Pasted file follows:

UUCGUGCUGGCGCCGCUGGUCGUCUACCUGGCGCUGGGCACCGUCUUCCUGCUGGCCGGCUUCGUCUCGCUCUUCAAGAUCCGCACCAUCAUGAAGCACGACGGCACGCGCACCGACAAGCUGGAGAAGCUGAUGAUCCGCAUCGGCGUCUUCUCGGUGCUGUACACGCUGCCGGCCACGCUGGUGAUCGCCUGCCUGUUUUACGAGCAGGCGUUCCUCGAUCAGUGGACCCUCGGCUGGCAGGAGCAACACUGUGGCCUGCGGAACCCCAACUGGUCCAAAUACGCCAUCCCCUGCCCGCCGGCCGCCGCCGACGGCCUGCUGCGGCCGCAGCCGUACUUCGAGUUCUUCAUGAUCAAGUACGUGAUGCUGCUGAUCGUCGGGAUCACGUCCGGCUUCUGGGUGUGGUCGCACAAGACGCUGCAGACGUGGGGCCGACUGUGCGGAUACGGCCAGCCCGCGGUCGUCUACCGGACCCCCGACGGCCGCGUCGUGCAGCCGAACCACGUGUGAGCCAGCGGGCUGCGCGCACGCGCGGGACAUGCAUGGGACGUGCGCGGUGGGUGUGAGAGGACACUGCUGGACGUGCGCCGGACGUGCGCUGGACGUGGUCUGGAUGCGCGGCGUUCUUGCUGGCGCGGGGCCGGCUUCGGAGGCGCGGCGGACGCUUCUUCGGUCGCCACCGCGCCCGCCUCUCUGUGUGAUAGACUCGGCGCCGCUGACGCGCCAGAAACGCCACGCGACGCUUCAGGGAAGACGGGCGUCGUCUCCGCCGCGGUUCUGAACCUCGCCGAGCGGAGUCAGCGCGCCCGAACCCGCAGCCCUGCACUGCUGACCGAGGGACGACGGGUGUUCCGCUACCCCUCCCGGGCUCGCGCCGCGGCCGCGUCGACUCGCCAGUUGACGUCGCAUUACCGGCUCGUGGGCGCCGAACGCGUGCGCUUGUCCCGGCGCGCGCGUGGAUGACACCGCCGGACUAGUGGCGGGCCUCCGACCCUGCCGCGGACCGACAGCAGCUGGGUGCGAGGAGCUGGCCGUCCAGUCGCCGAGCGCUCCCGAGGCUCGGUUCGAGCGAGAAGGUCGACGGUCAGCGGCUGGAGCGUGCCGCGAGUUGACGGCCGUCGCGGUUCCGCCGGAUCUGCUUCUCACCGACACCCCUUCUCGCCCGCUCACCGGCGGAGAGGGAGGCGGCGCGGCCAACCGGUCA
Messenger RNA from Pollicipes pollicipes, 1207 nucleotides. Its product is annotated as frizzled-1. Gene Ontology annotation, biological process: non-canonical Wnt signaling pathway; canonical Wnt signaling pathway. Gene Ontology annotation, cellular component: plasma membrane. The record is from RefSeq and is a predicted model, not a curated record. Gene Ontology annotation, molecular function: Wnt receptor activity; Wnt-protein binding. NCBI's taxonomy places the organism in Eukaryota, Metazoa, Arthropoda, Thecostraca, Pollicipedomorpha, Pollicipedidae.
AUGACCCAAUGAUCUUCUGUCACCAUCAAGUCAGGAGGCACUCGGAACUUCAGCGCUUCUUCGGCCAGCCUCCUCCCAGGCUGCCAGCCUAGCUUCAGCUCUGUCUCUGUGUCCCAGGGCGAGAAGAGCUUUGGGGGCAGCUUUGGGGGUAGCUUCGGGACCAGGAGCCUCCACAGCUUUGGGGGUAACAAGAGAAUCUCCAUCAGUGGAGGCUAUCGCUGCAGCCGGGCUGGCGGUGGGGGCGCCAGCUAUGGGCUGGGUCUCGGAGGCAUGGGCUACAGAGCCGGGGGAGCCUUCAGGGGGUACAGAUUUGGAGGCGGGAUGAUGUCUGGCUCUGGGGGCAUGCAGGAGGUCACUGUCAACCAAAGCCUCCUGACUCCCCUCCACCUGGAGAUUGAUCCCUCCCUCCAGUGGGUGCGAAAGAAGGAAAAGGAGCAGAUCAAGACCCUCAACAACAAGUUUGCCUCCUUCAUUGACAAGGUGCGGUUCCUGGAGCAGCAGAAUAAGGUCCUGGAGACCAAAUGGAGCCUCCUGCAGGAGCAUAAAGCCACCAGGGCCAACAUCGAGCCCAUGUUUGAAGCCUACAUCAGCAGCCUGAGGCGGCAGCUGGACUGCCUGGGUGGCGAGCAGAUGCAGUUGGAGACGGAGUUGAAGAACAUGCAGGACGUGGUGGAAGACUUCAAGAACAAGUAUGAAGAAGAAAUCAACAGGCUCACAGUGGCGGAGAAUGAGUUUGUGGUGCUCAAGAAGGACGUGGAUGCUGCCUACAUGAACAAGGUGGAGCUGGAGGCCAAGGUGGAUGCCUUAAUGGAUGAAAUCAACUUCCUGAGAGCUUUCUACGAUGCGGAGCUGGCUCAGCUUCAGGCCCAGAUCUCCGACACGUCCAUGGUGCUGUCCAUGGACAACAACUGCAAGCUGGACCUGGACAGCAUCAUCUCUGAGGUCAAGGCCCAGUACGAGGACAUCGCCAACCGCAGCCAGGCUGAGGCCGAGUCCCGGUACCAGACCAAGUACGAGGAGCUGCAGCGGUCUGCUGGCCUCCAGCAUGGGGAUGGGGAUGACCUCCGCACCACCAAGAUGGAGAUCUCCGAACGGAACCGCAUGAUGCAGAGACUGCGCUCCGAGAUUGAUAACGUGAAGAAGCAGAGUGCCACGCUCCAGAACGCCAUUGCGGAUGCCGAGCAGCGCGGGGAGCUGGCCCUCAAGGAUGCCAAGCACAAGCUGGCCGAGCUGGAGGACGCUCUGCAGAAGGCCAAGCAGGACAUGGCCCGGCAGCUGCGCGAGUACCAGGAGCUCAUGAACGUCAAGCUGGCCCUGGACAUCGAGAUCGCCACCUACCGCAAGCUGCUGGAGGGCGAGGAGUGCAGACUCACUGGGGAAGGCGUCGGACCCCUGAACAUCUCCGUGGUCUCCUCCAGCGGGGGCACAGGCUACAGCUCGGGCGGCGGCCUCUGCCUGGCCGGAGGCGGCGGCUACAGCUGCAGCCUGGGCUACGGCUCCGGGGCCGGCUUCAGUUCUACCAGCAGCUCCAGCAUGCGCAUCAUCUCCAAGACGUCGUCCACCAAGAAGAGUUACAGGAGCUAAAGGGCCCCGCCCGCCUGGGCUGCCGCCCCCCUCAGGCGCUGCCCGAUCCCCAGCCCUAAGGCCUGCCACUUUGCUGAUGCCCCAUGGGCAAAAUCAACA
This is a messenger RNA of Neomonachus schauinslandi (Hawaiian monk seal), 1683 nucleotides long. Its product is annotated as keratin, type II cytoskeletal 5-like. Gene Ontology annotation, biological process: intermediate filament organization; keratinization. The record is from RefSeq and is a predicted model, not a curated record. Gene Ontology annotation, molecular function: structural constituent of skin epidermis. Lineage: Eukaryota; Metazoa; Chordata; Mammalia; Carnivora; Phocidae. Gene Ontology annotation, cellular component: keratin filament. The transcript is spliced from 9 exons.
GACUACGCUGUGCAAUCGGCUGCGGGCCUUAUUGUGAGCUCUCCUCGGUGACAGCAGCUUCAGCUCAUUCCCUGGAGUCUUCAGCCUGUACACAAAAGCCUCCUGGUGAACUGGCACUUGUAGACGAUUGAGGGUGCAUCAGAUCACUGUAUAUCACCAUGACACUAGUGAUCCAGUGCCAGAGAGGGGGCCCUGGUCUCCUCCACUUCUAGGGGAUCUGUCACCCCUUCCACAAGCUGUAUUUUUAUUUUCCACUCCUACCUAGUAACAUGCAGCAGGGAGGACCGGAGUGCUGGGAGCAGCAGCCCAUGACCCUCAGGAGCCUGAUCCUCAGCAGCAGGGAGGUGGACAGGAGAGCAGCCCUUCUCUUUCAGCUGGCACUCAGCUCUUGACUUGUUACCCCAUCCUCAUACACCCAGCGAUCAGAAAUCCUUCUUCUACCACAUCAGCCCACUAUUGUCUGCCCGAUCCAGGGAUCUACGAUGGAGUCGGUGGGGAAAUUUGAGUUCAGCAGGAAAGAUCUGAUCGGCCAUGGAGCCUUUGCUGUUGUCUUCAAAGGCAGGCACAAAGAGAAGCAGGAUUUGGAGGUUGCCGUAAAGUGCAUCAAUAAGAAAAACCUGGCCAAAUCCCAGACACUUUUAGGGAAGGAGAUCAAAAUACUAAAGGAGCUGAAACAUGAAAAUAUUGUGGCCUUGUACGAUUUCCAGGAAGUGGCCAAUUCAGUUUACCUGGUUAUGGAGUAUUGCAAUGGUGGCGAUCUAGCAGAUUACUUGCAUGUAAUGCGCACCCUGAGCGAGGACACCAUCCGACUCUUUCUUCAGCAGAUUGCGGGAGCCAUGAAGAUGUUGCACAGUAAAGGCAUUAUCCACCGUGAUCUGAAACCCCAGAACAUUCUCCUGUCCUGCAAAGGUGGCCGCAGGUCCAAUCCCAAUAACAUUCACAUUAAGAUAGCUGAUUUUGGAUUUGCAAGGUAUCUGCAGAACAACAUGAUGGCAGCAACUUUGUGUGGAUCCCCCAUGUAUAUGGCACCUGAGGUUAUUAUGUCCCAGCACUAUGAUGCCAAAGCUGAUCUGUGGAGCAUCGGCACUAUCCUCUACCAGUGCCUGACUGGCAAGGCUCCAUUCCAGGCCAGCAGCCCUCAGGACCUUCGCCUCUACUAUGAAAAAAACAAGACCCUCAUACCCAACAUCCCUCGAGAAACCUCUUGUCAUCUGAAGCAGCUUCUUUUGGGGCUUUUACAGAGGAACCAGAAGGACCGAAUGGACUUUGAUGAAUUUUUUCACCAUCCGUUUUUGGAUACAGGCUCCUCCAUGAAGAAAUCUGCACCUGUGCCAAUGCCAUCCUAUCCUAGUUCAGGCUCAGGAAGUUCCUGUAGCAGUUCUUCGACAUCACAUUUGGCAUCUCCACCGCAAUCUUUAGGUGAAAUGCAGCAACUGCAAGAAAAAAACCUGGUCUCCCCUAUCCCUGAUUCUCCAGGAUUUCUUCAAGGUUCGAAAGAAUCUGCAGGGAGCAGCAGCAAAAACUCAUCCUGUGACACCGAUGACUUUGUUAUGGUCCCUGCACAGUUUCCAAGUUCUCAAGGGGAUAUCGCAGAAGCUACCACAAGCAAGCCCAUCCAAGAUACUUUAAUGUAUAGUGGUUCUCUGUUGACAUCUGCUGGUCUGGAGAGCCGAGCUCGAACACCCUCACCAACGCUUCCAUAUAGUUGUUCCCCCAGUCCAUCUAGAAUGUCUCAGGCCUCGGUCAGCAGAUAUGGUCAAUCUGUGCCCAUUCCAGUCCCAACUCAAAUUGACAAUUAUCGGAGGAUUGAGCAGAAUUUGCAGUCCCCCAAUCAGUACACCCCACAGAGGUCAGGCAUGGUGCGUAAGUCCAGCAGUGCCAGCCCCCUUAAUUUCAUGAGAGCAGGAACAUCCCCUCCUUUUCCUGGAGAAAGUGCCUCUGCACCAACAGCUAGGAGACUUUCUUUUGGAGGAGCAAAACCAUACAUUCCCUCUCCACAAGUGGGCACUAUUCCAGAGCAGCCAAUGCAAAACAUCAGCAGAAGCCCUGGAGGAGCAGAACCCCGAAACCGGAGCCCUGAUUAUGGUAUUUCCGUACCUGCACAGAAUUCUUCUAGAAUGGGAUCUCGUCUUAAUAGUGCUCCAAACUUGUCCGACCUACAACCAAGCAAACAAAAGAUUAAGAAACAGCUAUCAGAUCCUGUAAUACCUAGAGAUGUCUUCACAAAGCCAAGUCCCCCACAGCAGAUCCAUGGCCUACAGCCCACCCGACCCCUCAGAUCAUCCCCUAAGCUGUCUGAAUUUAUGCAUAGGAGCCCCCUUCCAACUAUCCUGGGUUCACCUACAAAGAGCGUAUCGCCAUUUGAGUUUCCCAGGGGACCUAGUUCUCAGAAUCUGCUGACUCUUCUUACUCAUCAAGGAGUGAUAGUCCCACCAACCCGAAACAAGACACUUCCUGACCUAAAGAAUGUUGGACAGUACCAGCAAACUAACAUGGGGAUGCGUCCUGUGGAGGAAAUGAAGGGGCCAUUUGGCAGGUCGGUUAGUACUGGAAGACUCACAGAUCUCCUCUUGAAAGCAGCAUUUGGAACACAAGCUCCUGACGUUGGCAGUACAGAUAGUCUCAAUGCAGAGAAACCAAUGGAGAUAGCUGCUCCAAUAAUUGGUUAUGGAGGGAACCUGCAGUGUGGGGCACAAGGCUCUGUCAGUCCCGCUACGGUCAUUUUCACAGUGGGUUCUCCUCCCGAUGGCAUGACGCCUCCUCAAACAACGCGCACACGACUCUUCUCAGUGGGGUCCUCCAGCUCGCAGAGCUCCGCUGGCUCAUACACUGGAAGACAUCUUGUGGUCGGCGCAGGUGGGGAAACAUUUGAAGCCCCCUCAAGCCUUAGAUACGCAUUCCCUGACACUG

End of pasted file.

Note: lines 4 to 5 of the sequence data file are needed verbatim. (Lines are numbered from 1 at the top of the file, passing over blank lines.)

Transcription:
This is a messenger RNA of Neomonachus schauinslandi (Hawaiian monk seal), 1683 nucleotides long. Its product is annotated as keratin, type II cytoskeletal 5-like. Gene Ontology annotation, biological process: intermediate filament organization; keratinization. The record is from RefSeq and is a predicted model, not a curated record. Gene Ontology annotation, molecular function: structural constituent of skin epidermis. Lineage: Eukaryota; Metazoa; Chordata; Mammalia; Carnivora; Phocidae. Gene Ontology annotation, cellular component: keratin filament. The transcript is spliced from 9 exons.
GACUACGCUGUGCAAUCGGCUGCGGGCCUUAUUGUGAGCUCUCCUCGGUGACAGCAGCUUCAGCUCAUUCCCUGGAGUCUUCAGCCUGUACACAAAAGCCUCCUGGUGAACUGGCACUUGUAGACGAUUGAGGGUGCAUCAGAUCACUGUAUAUCACCAUGACACUAGUGAUCCAGUGCCAGAGAGGGGGCCCUGGUCUCCUCCACUUCUAGGGGAUCUGUCACCCCUUCCACAAGCUGUAUUUUUAUUUUCCACUCCUACCUAGUAACAUGCAGCAGGGAGGACCGGAGUGCUGGGAGCAGCAGCCCAUGACCCUCAGGAGCCUGAUCCUCAGCAGCAGGGAGGUGGACAGGAGAGCAGCCCUUCUCUUUCAGCUGGCACUCAGCUCUUGACUUGUUACCCCAUCCUCAUACACCCAGCGAUCAGAAAUCCUUCUUCUACCACAUCAGCCCACUAUUGUCUGCCCGAUCCAGGGAUCUACGAUGGAGUCGGUGGGGAAAUUUGAGUUCAGCAGGAAAGAUCUGAUCGGCCAUGGAGCCUUUGCUGUUGUCUUCAAAGGCAGGCACAAAGAGAAGCAGGAUUUGGAGGUUGCCGUAAAGUGCAUCAAUAAGAAAAACCUGGCCAAAUCCCAGACACUUUUAGGGAAGGAGAUCAAAAUACUAAAGGAGCUGAAACAUGAAAAUAUUGUGGCCUUGUACGAUUUCCAGGAAGUGGCCAAUUCAGUUUACCUGGUUAUGGAGUAUUGCAAUGGUGGCGAUCUAGCAGAUUACUUGCAUGUAAUGCGCACCCUGAGCGAGGACACCAUCCGACUCUUUCUUCAGCAGAUUGCGGGAGCCAUGAAGAUGUUGCACAGUAAAGGCAUUAUCCACCGUGAUCUGAAACCCCAGAACAUUCUCCUGUCCUGCAAAGGUGGCCGCAGGUCCAAUCCCAAUAACAUUCACAUUAAGAUAGCUGAUUUUGGAUUUGCAAGGUAUCUGCAGAACAACAUGAUGGCAGCAACUUUGUGUGGAUCCCCCAUGUAUAUGGCACCUGAGGUUAUUAUGUCCCAGCACUAUGAUGCCAAAGCUGAUCUGUGGAGCAUCGGCACUAUCCUCUACCAGUGCCUGACUGGCAAGGCUCCAUUCCAGGCCAGCAGCCCUCAGGACCUUCGCCUCUACUAUGAAAAAAACAAGACCCUCAUACCCAACAUCCCUCGAGAAACCUCUUGUCAUCUGAAGCAGCUUCUUUUGGGGCUUUUACAGAGGAACCAGAAGGACCGAAUGGACUUUGAUGAAUUUUUUCACCAUCCGUUUUUGGAUACAGGCUCCUCCAUGAAGAAAUCUGCACCUGUGCCAAUGCCAUCCUAUCCUAGUUCAGGCUCAGGAAGUUCCUGUAGCAGUUCUUCGACAUCACAUUUGGCAUCUCCACCGCAAUCUUUAGGUGAAAUGCAGCAACUGCAAGAAAAAAACCUGGUCUCCCCUAUCCCUGAUUCUCCAGGAUUUCUUCAAGGUUCGAAAGAAUCUGCAGGGAGCAGCAGCAAAAACUCAUCCUGUGACACCGAUGACUUUGUUAUGGUCCCUGCACAGUUUCCAAGUUCUCAAGGGGAUAUCGCAGAAGCUACCACAAGCAAGCCCAUCCAAGAUACUUUAAUGUAUAGUGGUUCUCUGUUGACAUCUGCUGGUCUGGAGAGCCGAGCUCGAACACCCUCACCAACGCUUCCAUAUAGUUGUUCCCCCAGUCCAUCUAGAAUGUCUCAGGCCUCGGUCAGCAGAUAUGGUCAAUCUGUGCCCAUUCCAGUCCCAACUCAAAUUGACAAUUAUCGGAGGAUUGAGCAGAAUUUGCAGUCCCCCAAUCAGUACACCCCACAGAGGUCAGGCAUGGUGCGUAAGUCCAGCAGUGCCAGCCCCCUUAAUUUCAUGAGAGCAGGAACAUCCCCUCCUUUUCCUGGAGAAAGUGCCUCUGCACCAACAGCUAGGAGACUUUCUUUUGGAGGAGCAAAACCAUACAUUCCCUCUCCACAAGUGGGCACUAUUCCAGAGCAGCCAAUGCAAAACAUCAGCAGAAGCCCUGGAGGAGCAGAACCCCGAAACCGGAGCCCUGAUUAUGGUAUUUCCGUACCUGCACAGAAUUCUUCUAGAAUGGGAUCUCGUCUUAAUAGUGCUCCAAACUUGUCCGACCUACAACCAAGCAAACAAAAGAUUAAGAAACAGCUAUCAGAUCCUGUAAUACCUAGAGAUGUCUUCACAAAGCCAAGUCCCCCACAGCAGAUCCAUGGCCUACAGCCCACCCGACCCCUCAGAUCAUCCCCUAAGCUGUCUGAAUUUAUGCAUAGGAGCCCCCUUCCAACUAUCCUGGGUUCACCUACAAAGAGCGUAUCGCCAUUUGAGUUUCCCAGGGGACCUAGUUCUCAGAAUCUGCUGACUCUUCUUACUCAUCAAGGAGUGAUAGUCCCACCAACCCGAAACAAGACACUUCCUGACCUAAAGAAUGUUGGACAGUACCAGCAAACUAACAUGGGGAUGCGUCCUGUGGAGGAAAUGAAGGGGCCAUUUGGCAGGUCGGUUAGUACUGGAAGACUCACAGAUCUCCUCUUGAAAGCAGCAUUUGGAACACAAGCUCCUGACGUUGGCAGUACAGAUAGUCUCAAUGCAGAGAAACCAAUGGAGAUAGCUGCUCCAAUAAUUGGUUAUGGAGGGAACCUGCAGUGUGGGGCACAAGGCUCUGUCAGUCCCGCUACGGUCAUUUUCACAGUGGGUUCUCCUCCCGAUGGCAUGACGCCUCCUCAAACAACGCGCACACGACUCUUCUCAGUGGGGUCCUCCAGCUCGCAGAGCUCCGCUGGCUCAUACACUGGAAGACAUCUUGUGGUCGGCGCAGGUGGGGAAACAUUUGAAGCCCCCUCAAGCCUUAGAUACGCAUUCCCUGACACUG